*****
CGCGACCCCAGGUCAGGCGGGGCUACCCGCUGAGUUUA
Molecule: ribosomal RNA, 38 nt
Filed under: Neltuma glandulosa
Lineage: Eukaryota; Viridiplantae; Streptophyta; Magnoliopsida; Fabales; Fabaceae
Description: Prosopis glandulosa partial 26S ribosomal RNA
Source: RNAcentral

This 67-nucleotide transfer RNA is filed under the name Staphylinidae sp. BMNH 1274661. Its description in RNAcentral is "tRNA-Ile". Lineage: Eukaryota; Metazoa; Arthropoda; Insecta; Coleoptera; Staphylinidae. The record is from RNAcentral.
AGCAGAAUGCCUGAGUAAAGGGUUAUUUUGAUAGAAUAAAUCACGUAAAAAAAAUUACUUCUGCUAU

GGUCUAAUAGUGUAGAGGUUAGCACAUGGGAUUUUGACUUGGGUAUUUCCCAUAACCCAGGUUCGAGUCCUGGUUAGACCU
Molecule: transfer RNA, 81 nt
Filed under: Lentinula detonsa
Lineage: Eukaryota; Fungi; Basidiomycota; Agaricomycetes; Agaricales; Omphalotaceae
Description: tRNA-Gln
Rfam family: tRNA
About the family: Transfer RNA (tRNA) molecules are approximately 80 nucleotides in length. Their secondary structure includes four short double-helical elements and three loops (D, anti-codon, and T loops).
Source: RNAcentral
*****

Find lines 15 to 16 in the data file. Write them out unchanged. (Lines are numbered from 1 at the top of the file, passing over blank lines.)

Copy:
About the family: Transfer RNA (tRNA) molecules are approximately 80 nucleotides in length. Their secondary structure includes four short double-helical elements and three loops (D, anti-codon, and T loops).
Source: RNAcentral